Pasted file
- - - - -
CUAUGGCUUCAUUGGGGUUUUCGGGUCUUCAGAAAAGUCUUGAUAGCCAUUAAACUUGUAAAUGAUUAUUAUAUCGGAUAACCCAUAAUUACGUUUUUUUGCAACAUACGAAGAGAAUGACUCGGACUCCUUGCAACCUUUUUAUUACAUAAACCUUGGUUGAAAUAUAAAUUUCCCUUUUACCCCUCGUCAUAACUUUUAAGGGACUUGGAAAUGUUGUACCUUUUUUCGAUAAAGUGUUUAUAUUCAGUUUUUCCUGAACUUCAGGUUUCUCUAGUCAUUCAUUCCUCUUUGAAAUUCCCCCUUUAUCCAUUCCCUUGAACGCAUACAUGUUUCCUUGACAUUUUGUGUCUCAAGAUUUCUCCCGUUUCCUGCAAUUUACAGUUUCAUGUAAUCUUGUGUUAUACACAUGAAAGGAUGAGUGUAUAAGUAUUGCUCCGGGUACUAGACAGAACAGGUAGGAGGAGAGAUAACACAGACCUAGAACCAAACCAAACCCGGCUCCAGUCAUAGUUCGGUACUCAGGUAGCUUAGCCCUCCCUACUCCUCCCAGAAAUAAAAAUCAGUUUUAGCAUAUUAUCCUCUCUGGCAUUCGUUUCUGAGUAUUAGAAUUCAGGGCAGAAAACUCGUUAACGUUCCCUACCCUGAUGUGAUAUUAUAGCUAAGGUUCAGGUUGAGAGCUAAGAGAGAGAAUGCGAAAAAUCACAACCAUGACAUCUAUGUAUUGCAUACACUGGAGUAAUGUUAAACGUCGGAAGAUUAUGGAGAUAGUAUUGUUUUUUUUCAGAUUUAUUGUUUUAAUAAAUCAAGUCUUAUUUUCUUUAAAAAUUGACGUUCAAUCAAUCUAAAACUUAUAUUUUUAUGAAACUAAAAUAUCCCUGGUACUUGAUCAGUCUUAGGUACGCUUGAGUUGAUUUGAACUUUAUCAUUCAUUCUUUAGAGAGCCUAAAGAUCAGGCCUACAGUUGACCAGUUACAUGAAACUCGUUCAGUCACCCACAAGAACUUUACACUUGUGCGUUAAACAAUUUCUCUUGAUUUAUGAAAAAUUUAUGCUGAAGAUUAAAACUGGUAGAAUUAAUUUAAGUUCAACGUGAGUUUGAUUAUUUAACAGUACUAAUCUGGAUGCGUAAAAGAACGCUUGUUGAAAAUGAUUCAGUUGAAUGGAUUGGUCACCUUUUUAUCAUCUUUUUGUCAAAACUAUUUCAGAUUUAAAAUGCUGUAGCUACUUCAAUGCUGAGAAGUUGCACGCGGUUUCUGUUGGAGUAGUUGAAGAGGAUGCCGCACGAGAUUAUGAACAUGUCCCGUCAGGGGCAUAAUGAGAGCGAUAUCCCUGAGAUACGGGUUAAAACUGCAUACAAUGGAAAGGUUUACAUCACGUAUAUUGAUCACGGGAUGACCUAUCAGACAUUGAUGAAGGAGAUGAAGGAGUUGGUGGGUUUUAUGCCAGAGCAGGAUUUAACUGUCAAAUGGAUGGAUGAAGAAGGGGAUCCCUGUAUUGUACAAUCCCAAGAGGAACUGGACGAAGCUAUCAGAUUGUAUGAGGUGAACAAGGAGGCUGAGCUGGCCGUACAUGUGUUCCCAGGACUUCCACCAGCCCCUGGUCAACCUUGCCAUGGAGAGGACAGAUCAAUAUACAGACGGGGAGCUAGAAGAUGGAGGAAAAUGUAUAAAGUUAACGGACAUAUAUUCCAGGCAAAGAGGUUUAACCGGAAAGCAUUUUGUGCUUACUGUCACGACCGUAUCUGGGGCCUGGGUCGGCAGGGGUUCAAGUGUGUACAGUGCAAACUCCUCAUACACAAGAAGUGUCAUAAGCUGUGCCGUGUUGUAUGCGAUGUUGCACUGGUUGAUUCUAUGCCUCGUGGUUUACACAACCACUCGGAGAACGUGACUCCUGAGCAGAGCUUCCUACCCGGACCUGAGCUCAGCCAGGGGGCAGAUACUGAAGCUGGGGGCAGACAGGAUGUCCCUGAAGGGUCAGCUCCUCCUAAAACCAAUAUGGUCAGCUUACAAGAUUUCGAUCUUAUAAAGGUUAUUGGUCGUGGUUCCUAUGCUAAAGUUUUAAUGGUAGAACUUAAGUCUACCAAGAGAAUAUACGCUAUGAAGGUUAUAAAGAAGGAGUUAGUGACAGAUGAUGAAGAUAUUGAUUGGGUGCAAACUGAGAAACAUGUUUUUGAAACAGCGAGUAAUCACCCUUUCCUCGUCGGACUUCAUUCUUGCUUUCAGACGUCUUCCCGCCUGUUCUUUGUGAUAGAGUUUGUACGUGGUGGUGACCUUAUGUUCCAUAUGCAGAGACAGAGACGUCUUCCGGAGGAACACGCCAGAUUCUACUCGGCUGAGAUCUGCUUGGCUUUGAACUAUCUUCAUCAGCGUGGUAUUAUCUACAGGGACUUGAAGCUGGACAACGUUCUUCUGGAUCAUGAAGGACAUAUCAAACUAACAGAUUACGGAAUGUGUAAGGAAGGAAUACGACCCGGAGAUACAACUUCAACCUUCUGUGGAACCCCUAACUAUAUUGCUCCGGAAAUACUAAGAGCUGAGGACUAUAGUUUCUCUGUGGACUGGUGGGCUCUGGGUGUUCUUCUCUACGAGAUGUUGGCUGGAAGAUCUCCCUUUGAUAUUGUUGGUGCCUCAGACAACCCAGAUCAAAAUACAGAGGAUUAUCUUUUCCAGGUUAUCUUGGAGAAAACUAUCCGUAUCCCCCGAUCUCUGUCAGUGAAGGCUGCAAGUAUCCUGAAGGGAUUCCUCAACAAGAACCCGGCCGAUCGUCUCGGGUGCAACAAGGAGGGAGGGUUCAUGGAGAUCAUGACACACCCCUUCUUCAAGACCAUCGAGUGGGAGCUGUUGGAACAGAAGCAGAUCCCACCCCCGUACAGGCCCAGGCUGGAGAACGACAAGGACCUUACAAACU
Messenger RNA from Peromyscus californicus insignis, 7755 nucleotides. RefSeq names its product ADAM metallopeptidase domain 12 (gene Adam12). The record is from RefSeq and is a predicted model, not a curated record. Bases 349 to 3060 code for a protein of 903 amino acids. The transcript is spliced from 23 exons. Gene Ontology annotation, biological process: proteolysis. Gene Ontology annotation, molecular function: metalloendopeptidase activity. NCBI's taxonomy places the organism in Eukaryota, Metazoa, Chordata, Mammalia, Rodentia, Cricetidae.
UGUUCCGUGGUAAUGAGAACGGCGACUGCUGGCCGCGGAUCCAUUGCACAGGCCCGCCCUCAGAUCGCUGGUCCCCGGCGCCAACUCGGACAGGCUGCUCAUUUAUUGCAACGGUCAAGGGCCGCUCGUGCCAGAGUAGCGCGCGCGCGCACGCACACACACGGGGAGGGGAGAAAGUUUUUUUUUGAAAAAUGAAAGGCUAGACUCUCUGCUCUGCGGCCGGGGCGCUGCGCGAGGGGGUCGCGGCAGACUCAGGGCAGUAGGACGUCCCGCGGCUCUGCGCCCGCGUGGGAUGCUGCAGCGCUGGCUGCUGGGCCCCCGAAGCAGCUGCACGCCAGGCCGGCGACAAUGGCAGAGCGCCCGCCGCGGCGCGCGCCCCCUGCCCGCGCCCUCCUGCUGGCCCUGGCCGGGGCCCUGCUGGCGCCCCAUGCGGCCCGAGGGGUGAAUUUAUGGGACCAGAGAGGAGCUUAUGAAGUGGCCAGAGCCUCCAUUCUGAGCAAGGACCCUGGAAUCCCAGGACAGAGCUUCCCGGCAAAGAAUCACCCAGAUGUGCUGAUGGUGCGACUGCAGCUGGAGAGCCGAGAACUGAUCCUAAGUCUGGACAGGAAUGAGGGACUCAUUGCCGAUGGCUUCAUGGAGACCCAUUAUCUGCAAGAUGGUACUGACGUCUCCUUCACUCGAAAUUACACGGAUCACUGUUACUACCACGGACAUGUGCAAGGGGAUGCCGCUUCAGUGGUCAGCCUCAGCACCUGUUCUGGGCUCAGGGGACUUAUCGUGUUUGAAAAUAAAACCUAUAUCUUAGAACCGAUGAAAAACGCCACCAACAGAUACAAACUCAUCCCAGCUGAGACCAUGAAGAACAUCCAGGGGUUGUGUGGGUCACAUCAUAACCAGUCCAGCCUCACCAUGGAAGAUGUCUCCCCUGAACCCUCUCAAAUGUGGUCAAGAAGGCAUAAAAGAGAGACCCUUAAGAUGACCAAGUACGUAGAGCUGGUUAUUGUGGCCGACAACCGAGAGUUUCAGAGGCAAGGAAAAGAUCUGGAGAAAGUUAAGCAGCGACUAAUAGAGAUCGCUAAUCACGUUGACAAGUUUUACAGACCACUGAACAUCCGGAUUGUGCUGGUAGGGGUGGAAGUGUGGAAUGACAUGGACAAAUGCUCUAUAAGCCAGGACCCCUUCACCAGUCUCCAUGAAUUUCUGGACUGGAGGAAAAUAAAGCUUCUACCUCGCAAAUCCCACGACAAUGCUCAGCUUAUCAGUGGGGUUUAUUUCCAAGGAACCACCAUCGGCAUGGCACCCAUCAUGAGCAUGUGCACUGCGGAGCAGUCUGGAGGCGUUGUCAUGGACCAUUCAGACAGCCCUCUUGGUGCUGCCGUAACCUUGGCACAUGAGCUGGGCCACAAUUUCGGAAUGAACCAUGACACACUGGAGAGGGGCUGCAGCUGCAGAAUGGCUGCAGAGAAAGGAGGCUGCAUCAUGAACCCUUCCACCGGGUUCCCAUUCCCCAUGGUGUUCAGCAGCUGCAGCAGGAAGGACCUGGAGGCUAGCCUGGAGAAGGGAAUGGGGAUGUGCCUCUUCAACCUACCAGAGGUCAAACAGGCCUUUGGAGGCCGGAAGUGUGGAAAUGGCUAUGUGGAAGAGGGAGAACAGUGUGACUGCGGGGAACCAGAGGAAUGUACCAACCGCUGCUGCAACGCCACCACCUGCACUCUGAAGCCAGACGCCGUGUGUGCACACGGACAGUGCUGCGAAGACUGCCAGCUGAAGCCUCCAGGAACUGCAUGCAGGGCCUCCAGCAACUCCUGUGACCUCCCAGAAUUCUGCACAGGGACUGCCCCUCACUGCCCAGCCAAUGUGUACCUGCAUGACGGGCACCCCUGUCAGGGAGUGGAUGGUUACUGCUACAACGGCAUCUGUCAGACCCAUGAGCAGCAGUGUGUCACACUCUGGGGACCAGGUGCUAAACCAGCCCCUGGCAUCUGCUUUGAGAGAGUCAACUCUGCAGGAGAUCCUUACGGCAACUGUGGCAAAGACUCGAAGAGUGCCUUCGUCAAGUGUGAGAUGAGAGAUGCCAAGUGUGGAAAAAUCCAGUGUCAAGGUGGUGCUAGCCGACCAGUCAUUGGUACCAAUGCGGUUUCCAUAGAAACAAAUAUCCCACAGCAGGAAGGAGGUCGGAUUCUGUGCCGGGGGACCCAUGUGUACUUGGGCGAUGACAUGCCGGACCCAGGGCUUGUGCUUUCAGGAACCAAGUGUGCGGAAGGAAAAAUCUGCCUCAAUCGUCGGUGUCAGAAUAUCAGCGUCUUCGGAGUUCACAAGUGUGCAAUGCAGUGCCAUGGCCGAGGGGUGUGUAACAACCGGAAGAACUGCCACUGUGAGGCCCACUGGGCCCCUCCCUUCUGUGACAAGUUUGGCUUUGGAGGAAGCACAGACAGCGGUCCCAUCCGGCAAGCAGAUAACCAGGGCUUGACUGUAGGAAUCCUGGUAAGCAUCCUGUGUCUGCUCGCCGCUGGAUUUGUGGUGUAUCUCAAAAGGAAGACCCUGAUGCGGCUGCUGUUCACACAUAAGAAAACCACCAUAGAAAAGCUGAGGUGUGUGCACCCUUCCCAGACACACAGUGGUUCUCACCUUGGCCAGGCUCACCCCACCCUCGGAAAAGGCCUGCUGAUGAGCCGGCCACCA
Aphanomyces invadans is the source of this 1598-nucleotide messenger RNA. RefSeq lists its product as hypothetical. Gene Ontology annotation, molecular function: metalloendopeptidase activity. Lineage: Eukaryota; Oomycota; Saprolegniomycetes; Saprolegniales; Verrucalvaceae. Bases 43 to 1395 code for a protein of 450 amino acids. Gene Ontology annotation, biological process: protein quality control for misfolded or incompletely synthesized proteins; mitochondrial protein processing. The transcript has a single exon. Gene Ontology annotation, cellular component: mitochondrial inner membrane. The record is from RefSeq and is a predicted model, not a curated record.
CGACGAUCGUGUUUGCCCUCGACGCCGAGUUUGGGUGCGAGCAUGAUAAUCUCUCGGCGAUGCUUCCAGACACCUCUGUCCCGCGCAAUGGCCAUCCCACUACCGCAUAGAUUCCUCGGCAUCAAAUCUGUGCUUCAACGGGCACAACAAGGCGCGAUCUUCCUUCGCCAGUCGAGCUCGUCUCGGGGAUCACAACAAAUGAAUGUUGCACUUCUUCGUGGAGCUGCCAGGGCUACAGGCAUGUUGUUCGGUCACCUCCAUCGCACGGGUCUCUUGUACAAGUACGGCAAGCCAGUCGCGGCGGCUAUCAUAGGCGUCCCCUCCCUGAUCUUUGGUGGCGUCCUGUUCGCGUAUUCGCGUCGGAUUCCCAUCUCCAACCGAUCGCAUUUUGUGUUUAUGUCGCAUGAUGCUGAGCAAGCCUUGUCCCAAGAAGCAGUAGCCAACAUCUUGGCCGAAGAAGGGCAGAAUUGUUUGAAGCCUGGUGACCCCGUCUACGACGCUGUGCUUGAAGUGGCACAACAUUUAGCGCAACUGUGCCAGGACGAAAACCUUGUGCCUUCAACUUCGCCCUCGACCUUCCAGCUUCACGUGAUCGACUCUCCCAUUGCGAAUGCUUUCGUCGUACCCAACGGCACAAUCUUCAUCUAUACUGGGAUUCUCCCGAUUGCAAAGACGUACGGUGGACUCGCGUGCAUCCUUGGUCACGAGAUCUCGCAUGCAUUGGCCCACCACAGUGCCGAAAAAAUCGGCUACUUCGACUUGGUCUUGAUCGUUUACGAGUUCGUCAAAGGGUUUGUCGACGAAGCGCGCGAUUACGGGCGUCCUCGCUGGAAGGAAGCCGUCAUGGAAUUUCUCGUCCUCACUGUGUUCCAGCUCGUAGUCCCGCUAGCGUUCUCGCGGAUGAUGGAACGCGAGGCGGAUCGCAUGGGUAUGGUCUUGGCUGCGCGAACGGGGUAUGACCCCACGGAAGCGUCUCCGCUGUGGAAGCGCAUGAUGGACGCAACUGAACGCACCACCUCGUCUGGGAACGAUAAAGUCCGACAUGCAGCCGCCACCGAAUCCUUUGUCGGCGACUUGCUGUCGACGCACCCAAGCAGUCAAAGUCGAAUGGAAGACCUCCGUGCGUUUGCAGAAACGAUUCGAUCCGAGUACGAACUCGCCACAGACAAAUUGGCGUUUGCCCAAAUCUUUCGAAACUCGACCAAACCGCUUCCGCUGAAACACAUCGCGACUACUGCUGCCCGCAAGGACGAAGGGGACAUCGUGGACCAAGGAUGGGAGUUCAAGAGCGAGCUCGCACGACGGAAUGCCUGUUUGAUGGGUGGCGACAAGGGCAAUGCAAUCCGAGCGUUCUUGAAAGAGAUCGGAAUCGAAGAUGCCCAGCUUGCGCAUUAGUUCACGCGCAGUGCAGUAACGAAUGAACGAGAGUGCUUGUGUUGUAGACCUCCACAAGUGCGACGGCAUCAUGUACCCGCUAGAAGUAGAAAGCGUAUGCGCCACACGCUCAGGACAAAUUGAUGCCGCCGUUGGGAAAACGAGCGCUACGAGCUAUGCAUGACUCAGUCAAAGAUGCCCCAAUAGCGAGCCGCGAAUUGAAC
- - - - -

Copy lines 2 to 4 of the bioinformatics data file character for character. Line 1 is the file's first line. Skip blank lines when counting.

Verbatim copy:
Messenger RNA from Peromyscus californicus insignis, 7755 nucleotides. RefSeq names its product ADAM metallopeptidase domain 12 (gene Adam12). The record is from RefSeq and is a predicted model, not a curated record. Bases 349 to 3060 code for a protein of 903 amino acids. The transcript is spliced from 23 exons. Gene Ontology annotation, biological process: proteolysis. Gene Ontology annotation, molecular function: metalloendopeptidase activity. NCBI's taxonomy places the organism in Eukaryota, Metazoa, Chordata, Mammalia, Rodentia, Cricetidae.
UGUUCCGUGGUAAUGAGAACGGCGACUGCUGGCCGCGGAUCCAUUGCACAGGCCCGCCCUCAGAUCGCUGGUCCCCGGCGCCAACUCGGACAGGCUGCUCAUUUAUUGCAACGGUCAAGGGCCGCUCGUGCCAGAGUAGCGCGCGCGCGCACGCACACACACGGGGAGGGGAGAAAGUUUUUUUUUGAAAAAUGAAAGGCUAGACUCUCUGCUCUGCGGCCGGGGCGCUGCGCGAGGGGGUCGCGGCAGACUCAGGGCAGUAGGACGUCCCGCGGCUCUGCGCCCGCGUGGGAUGCUGCAGCGCUGGCUGCUGGGCCCCCGAAGCAGCUGCACGCCAGGCCGGCGACAAUGGCAGAGCGCCCGCCGCGGCGCGCGCCCCCUGCCCGCGCCCUCCUGCUGGCCCUGGCCGGGGCCCUGCUGGCGCCCCAUGCGGCCCGAGGGGUGAAUUUAUGGGACCAGAGAGGAGCUUAUGAAGUGGCCAGAGCCUCCAUUCUGAGCAAGGACCCUGGAAUCCCAGGACAGAGCUUCCCGGCAAAGAAUCACCCAGAUGUGCUGAUGGUGCGACUGCAGCUGGAGAGCCGAGAACUGAUCCUAAGUCUGGACAGGAAUGAGGGACUCAUUGCCGAUGGCUUCAUGGAGACCCAUUAUCUGCAAGAUGGUACUGACGUCUCCUUCACUCGAAAUUACACGGAUCACUGUUACUACCACGGACAUGUGCAAGGGGAUGCCGCUUCAGUGGUCAGCCUCAGCACCUGUUCUGGGCUCAGGGGACUUAUCGUGUUUGAAAAUAAAACCUAUAUCUUAGAACCGAUGAAAAACGCCACCAACAGAUACAAACUCAUCCCAGCUGAGACCAUGAAGAACAUCCAGGGGUUGUGUGGGUCACAUCAUAACCAGUCCAGCCUCACCAUGGAAGAUGUCUCCCCUGAACCCUCUCAAAUGUGGUCAAGAAGGCAUAAAAGAGAGACCCUUAAGAUGACCAAGUACGUAGAGCUGGUUAUUGUGGCCGACAACCGAGAGUUUCAGAGGCAAGGAAAAGAUCUGGAGAAAGUUAAGCAGCGACUAAUAGAGAUCGCUAAUCACGUUGACAAGUUUUACAGACCACUGAACAUCCGGAUUGUGCUGGUAGGGGUGGAAGUGUGGAAUGACAUGGACAAAUGCUCUAUAAGCCAGGACCCCUUCACCAGUCUCCAUGAAUUUCUGGACUGGAGGAAAAUAAAGCUUCUACCUCGCAAAUCCCACGACAAUGCUCAGCUUAUCAGUGGGGUUUAUUUCCAAGGAACCACCAUCGGCAUGGCACCCAUCAUGAGCAUGUGCACUGCGGAGCAGUCUGGAGGCGUUGUCAUGGACCAUUCAGACAGCCCUCUUGGUGCUGCCGUAACCUUGGCACAUGAGCUGGGCCACAAUUUCGGAAUGAACCAUGACACACUGGAGAGGGGCUGCAGCUGCAGAAUGGCUGCAGAGAAAGGAGGCUGCAUCAUGAACCCUUCCACCGGGUUCCCAUUCCCCAUGGUGUUCAGCAGCUGCAGCAGGAAGGACCUGGAGGCUAGCCUGGAGAAGGGAAUGGGGAUGUGCCUCUUCAACCUACCAGAGGUCAAACAGGCCUUUGGAGGCCGGAAGUGUGGAAAUGGCUAUGUGGAAGAGGGAGAACAGUGUGACUGCGGGGAACCAGAGGAAUGUACCAACCGCUGCUGCAACGCCACCACCUGCACUCUGAAGCCAGACGCCGUGUGUGCACACGGACAGUGCUGCGAAGACUGCCAGCUGAAGCCUCCAGGAACUGCAUGCAGGGCCUCCAGCAACUCCUGUGACCUCCCAGAAUUCUGCACAGGGACUGCCCCUCACUGCCCAGCCAAUGUGUACCUGCAUGACGGGCACCCCUGUCAGGGAGUGGAUGGUUACUGCUACAACGGCAUCUGUCAGACCCAUGAGCAGCAGUGUGUCACACUCUGGGGACCAGGUGCUAAACCAGCCCCUGGCAUCUGCUUUGAGAGAGUCAACUCUGCAGGAGAUCCUUACGGCAACUGUGGCAAAGACUCGAAGAGUGCCUUCGUCAAGUGUGAGAUGAGAGAUGCCAAGUGUGGAAAAAUCCAGUGUCAAGGUGGUGCUAGCCGACCAGUCAUUGGUACCAAUGCGGUUUCCAUAGAAACAAAUAUCCCACAGCAGGAAGGAGGUCGGAUUCUGUGCCGGGGGACCCAUGUGUACUUGGGCGAUGACAUGCCGGACCCAGGGCUUGUGCUUUCAGGAACCAAGUGUGCGGAAGGAAAAAUCUGCCUCAAUCGUCGGUGUCAGAAUAUCAGCGUCUUCGGAGUUCACAAGUGUGCAAUGCAGUGCCAUGGCCGAGGGGUGUGUAACAACCGGAAGAACUGCCACUGUGAGGCCCACUGGGCCCCUCCCUUCUGUGACAAGUUUGGCUUUGGAGGAAGCACAGACAGCGGUCCCAUCCGGCAAGCAGAUAACCAGGGCUUGACUGUAGGAAUCCUGGUAAGCAUCCUGUGUCUGCUCGCCGCUGGAUUUGUGGUGUAUCUCAAAAGGAAGACCCUGAUGCGGCUGCUGUUCACACAUAAGAAAACCACCAUAGAAAAGCUGAGGUGUGUGCACCCUUCCCAGACACACAGUGGUUCUCACCUUGGCCAGGCUCACCCCACCCUCGGAAAAGGCCUGCUGAUGAGCCGGCCACCA
Aphanomyces invadans is the source of this 1598-nucleotide messenger RNA. RefSeq lists its product as hypothetical. Gene Ontology annotation, molecular function: metalloendopeptidase activity. Lineage: Eukaryota; Oomycota; Saprolegniomycetes; Saprolegniales; Verrucalvaceae. Bases 43 to 1395 code for a protein of 450 amino acids. Gene Ontology annotation, biological process: protein quality control for misfolded or incompletely synthesized proteins; mitochondrial protein processing. The transcript has a single exon. Gene Ontology annotation, cellular component: mitochondrial inner membrane. The record is from RefSeq and is a predicted model, not a curated record.